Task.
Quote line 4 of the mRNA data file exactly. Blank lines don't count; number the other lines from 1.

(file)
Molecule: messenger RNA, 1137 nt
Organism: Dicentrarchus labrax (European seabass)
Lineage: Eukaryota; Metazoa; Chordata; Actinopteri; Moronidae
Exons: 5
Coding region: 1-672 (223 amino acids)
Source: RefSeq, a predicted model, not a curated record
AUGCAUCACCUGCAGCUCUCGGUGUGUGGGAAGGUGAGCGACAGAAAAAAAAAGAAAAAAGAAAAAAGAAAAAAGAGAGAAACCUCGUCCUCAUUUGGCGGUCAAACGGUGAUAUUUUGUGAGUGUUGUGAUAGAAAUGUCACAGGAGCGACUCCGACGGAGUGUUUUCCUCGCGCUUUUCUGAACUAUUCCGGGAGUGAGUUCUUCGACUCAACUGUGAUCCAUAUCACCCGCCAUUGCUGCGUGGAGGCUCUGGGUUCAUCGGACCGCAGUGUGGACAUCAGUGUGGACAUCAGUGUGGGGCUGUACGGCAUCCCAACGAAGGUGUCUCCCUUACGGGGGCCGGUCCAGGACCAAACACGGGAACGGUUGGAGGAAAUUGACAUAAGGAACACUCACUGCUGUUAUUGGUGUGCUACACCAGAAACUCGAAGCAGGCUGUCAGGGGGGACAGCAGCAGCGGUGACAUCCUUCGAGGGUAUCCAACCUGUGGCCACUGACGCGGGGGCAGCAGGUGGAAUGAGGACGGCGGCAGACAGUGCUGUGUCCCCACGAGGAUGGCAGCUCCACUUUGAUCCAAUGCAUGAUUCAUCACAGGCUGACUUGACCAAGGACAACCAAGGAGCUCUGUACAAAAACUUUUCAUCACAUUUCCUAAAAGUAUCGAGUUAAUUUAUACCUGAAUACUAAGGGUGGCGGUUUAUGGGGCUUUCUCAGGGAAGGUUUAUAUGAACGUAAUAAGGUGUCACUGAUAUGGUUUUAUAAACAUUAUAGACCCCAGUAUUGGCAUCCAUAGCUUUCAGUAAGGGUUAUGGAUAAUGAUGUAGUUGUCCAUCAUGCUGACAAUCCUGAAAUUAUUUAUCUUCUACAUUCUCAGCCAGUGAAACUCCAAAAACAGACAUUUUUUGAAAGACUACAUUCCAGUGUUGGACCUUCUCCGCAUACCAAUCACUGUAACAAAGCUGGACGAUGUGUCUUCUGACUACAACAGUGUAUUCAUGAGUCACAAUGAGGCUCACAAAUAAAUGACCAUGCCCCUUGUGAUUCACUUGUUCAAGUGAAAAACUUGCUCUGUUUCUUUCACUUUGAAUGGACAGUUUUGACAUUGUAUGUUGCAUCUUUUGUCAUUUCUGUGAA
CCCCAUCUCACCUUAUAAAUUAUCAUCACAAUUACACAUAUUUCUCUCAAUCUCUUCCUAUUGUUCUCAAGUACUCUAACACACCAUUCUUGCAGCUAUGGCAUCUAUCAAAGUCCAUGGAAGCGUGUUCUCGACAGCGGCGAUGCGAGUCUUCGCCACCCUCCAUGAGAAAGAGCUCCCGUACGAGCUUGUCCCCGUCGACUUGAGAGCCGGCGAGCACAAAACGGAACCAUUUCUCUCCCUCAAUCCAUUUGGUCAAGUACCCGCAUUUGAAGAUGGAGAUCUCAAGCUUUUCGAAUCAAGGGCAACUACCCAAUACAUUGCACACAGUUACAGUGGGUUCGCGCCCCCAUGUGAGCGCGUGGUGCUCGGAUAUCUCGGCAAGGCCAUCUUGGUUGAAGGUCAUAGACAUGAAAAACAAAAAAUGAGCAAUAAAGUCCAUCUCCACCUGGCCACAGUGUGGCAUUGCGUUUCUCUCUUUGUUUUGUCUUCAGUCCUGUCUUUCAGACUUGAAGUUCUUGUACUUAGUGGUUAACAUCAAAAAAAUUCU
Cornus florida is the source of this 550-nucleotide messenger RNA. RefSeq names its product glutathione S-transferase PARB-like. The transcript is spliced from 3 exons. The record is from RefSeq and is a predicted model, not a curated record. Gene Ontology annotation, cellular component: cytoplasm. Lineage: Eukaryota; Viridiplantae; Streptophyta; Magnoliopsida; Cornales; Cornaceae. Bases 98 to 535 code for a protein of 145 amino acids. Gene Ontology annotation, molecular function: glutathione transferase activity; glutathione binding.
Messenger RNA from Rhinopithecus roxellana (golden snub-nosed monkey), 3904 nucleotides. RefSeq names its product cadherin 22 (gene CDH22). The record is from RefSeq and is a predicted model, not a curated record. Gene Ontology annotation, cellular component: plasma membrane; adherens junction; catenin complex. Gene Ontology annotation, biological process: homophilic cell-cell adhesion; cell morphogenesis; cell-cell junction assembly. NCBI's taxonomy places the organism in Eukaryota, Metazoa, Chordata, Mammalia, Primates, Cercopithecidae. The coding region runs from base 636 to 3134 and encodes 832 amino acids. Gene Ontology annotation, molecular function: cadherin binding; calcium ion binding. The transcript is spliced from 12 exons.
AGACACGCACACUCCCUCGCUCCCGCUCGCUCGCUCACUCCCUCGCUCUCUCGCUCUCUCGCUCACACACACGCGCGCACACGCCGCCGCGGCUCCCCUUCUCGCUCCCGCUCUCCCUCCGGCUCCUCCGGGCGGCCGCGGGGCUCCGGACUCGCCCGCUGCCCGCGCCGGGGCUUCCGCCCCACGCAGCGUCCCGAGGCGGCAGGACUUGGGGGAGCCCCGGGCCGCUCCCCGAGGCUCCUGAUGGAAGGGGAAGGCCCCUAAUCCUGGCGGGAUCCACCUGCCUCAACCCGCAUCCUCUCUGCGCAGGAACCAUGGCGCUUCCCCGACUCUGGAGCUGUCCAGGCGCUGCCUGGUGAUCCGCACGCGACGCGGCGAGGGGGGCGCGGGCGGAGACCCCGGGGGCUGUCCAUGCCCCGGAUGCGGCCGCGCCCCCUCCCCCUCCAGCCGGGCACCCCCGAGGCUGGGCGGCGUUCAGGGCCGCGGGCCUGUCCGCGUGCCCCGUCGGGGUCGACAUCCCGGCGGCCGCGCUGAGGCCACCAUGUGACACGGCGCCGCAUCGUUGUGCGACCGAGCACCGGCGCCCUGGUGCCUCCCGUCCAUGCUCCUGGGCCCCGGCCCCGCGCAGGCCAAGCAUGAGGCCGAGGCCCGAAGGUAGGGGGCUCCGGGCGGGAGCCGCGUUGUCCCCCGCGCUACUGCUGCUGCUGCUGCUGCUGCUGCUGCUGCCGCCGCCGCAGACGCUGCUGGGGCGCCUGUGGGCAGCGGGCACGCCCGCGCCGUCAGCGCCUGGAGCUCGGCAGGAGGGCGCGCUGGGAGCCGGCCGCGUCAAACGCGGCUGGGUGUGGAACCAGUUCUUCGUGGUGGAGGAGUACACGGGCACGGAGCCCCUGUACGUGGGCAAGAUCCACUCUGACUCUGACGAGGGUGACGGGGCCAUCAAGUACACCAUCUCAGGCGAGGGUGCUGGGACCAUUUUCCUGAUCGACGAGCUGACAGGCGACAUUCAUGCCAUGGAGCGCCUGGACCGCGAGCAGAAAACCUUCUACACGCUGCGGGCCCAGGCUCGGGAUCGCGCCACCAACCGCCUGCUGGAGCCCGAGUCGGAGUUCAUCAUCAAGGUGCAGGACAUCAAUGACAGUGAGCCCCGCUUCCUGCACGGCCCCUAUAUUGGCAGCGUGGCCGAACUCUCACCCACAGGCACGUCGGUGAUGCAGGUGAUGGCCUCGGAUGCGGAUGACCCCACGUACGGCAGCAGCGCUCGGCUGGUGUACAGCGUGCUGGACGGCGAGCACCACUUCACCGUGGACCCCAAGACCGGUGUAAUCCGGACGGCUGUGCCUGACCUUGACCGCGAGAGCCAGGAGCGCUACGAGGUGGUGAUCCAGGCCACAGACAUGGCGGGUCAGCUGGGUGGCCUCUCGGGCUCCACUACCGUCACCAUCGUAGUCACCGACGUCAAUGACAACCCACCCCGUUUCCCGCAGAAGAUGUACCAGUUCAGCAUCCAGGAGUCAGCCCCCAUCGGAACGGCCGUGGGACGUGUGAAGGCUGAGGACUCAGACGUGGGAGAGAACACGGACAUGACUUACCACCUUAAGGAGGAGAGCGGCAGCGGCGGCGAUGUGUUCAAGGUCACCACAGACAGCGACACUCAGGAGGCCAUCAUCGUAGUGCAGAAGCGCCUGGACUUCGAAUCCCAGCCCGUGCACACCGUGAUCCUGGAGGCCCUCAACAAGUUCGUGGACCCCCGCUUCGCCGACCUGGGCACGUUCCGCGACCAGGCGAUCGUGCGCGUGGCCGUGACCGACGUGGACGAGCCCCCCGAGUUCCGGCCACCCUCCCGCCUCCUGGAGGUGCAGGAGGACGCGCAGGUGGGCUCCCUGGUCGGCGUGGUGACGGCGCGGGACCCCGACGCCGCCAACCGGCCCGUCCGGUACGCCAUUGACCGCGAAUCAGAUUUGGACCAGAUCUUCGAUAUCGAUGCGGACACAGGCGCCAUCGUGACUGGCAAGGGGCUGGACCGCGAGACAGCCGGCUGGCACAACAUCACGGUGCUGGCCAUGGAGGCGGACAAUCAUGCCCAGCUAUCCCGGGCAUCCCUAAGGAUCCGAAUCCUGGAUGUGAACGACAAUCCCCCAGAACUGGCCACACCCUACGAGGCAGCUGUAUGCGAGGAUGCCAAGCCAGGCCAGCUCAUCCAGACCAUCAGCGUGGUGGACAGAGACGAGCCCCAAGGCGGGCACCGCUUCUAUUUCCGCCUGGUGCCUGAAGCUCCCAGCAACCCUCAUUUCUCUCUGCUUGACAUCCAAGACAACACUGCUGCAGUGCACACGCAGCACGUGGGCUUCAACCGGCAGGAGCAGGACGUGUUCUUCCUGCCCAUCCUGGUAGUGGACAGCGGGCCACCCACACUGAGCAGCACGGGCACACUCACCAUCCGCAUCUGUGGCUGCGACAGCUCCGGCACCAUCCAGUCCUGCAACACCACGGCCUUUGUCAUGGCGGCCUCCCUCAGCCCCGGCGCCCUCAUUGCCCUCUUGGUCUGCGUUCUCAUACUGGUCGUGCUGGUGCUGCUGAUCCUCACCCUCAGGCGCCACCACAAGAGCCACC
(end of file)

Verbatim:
Exons: 5